The latest data represents an increase of 457 jobs in Edinburg when comparing the employment figures for March 2015 and March 2014. In March 2015, there were 35,651 persons employed in Edinburg, compared with 35,194 in March 2014.

The March 2015 unemployment rate of 4.8 percent for Edinburg is also better than the annual unemployment rate in Edinburg for 2014, which was 5.8 percent – the best 12-month average from January through December in seven years.

Edinburg’s annual unemployment rates since 2005, which is the year in which the state government began preparing those figures using a more accurate formula, according to the Texas Workforce Commission, have registered as follows: 2014 (5.8 percent); 2013 (6.9 percent); 2012 (7.5 percent); 2011 (8.4 percent); 2010 (8.2 percent); 2009 (6.8 percent); 2008 (4.9 percent); 2007 (4.7 percent); 2006 (5.2 percent); and 2005 (4.9 percent)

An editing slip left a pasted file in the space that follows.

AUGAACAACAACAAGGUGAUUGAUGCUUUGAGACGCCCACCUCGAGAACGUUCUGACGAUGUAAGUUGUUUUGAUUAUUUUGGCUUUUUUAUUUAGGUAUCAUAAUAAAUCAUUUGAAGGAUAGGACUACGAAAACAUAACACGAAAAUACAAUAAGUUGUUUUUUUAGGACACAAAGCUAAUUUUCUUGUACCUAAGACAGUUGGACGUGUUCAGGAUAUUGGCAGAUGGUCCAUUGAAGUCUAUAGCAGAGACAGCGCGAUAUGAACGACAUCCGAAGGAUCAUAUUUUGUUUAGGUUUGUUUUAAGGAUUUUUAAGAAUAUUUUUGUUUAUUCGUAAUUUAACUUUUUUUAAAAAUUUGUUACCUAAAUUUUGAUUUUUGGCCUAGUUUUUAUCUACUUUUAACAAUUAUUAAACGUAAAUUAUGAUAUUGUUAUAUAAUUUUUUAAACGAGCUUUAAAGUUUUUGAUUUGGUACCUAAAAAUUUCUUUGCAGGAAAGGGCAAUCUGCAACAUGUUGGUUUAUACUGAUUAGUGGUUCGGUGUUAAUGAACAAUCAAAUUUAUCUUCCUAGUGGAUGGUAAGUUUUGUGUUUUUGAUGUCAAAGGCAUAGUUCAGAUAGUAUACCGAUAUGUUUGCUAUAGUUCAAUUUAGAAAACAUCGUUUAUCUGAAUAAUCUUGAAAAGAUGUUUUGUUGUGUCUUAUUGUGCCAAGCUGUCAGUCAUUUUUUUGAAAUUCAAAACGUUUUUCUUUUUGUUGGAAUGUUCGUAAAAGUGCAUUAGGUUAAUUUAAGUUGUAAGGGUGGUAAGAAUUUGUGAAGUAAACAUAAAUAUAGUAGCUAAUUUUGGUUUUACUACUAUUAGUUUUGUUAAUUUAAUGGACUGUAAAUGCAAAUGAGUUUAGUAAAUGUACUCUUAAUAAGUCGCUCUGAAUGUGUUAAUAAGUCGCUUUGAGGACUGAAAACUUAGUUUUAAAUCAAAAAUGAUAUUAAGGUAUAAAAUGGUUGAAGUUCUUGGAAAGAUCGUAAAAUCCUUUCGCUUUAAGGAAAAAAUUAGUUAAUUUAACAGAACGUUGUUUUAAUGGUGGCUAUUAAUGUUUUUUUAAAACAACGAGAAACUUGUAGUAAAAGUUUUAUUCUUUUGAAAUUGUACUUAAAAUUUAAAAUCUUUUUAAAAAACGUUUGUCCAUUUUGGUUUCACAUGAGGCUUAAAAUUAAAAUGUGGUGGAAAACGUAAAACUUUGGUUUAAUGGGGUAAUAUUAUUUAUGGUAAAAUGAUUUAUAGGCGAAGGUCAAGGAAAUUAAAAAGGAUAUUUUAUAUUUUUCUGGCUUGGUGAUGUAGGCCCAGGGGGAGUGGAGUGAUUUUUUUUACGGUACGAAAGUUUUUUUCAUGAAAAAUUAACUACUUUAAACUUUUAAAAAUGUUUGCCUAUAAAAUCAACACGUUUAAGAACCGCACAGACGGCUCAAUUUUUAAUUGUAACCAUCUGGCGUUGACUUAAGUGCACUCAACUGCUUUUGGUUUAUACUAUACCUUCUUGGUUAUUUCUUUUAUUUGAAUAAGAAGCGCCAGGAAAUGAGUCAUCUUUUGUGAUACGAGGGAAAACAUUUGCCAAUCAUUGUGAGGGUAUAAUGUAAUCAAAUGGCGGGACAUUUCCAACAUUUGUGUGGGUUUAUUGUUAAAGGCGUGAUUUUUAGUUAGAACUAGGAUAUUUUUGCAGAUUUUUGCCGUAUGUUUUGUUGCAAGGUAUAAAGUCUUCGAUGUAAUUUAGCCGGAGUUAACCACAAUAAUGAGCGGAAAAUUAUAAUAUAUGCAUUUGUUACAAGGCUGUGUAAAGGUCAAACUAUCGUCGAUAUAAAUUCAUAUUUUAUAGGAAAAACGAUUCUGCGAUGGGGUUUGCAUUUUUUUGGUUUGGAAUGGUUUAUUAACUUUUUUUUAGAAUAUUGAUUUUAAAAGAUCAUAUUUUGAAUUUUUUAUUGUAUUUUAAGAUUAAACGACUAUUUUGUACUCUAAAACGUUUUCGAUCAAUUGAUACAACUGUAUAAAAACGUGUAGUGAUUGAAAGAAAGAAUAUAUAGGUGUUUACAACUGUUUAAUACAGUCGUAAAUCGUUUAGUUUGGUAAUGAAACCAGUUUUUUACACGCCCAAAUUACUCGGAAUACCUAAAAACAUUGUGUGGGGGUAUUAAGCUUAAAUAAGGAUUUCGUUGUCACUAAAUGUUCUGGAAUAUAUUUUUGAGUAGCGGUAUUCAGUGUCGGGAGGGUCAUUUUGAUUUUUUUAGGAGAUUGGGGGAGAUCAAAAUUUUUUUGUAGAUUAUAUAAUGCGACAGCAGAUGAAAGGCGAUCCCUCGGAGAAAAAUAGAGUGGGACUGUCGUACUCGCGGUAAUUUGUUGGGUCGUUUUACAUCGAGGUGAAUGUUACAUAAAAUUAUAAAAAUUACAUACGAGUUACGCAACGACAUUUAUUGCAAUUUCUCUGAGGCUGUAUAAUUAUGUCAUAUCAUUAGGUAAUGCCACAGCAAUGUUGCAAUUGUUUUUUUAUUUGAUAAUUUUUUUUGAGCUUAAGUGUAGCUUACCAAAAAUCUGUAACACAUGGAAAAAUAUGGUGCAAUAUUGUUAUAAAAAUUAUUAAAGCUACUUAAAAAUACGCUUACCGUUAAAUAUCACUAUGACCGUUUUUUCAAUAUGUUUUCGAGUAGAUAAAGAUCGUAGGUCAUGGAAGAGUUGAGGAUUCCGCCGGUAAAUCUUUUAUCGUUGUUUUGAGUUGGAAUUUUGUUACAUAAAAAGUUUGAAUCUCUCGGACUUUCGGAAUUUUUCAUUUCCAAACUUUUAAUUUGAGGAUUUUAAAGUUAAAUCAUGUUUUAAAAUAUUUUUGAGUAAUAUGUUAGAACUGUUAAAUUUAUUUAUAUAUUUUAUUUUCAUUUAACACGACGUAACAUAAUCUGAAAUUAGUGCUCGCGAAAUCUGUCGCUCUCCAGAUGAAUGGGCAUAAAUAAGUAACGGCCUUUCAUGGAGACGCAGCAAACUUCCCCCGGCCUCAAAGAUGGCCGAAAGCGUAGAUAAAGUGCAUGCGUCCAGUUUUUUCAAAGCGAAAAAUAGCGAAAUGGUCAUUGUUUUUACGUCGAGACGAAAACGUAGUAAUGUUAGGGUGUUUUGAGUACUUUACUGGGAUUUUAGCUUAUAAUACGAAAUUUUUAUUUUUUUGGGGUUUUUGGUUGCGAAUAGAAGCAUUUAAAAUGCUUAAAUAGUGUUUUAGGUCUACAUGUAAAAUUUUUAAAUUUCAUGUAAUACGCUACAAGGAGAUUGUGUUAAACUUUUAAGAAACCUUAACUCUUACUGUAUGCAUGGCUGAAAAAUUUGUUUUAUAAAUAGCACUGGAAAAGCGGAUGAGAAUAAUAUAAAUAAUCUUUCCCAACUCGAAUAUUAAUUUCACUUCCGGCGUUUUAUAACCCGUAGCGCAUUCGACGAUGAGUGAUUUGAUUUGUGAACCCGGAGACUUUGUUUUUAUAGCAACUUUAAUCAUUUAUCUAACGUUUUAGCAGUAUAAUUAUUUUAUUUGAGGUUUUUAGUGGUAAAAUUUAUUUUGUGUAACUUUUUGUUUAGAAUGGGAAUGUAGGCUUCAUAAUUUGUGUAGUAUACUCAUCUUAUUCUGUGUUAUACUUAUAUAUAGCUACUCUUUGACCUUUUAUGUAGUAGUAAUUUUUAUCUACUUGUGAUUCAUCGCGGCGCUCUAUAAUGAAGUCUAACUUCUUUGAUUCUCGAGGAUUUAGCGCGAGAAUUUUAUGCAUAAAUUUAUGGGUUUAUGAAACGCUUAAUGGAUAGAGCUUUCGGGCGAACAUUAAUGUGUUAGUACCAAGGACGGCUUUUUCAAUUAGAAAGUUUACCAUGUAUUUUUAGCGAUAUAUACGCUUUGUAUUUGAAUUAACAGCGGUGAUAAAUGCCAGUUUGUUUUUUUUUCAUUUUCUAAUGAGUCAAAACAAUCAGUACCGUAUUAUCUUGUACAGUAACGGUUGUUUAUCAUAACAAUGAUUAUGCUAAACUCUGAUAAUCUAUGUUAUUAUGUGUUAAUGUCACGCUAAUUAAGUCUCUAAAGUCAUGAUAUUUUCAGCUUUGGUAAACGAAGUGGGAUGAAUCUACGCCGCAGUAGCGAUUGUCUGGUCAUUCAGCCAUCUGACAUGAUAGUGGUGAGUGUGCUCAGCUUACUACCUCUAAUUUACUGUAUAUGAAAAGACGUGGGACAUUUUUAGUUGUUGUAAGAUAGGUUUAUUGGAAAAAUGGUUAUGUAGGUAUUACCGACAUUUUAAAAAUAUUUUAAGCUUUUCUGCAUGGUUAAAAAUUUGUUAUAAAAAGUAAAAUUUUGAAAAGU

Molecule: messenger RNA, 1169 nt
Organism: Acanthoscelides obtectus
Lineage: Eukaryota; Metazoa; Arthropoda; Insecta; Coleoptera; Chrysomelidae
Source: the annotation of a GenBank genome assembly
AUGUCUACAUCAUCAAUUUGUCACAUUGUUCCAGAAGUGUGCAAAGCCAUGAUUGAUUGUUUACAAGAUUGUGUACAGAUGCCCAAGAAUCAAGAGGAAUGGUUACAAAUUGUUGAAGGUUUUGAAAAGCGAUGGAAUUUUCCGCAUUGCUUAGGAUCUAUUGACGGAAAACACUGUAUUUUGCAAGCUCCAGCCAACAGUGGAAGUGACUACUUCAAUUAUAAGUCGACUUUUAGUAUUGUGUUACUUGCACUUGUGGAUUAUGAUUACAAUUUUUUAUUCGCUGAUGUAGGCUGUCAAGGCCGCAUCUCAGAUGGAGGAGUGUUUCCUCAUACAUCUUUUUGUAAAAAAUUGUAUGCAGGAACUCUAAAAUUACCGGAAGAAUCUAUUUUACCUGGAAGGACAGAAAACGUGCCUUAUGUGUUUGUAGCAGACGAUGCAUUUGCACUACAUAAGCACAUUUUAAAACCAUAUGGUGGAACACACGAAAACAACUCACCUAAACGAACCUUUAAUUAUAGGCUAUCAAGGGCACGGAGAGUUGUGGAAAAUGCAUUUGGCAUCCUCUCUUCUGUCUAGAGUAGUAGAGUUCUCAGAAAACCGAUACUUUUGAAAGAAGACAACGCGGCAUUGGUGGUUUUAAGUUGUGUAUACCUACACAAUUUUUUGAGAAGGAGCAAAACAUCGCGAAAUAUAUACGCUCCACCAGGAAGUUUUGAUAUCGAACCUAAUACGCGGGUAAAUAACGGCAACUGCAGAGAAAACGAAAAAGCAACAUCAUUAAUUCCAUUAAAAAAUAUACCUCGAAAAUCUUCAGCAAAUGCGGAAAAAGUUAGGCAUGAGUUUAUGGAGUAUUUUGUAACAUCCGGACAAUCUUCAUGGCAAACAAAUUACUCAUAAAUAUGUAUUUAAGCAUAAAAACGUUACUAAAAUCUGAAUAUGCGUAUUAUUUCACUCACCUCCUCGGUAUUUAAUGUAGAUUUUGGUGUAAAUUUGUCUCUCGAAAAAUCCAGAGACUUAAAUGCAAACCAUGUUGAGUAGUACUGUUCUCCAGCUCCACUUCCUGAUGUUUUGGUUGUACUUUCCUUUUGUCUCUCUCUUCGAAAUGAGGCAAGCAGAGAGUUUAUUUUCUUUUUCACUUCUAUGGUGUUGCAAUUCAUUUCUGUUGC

The Texas Workforce Commission also reported that the four-county Valley’s other major communities continued to show improvements in their monthly unemployment rates, with the exception of Brownsville, which registered a very slight increase in the March 2015 unemployment rates, and Edinburg, which remained the same:

• McAllen, 4.6 percent (4.7 percent in February, 5.0 percent in January);
• Edinburg, 4.8 percent (4.8 percent in February, 5.1 percent in January);
• Harlingen, 5.6 percent (5.7 percent in February, 6.3 percent in January);
• Mission, 5.7 percent (5.8 percent in February, 6.3 percent in January);
• Weslaco, 6.0 percent (6.4 percent in February, 7.2 percent in January);
• Pharr, 6.4 percent (6.7 percent in February, 7.5 percent in January); and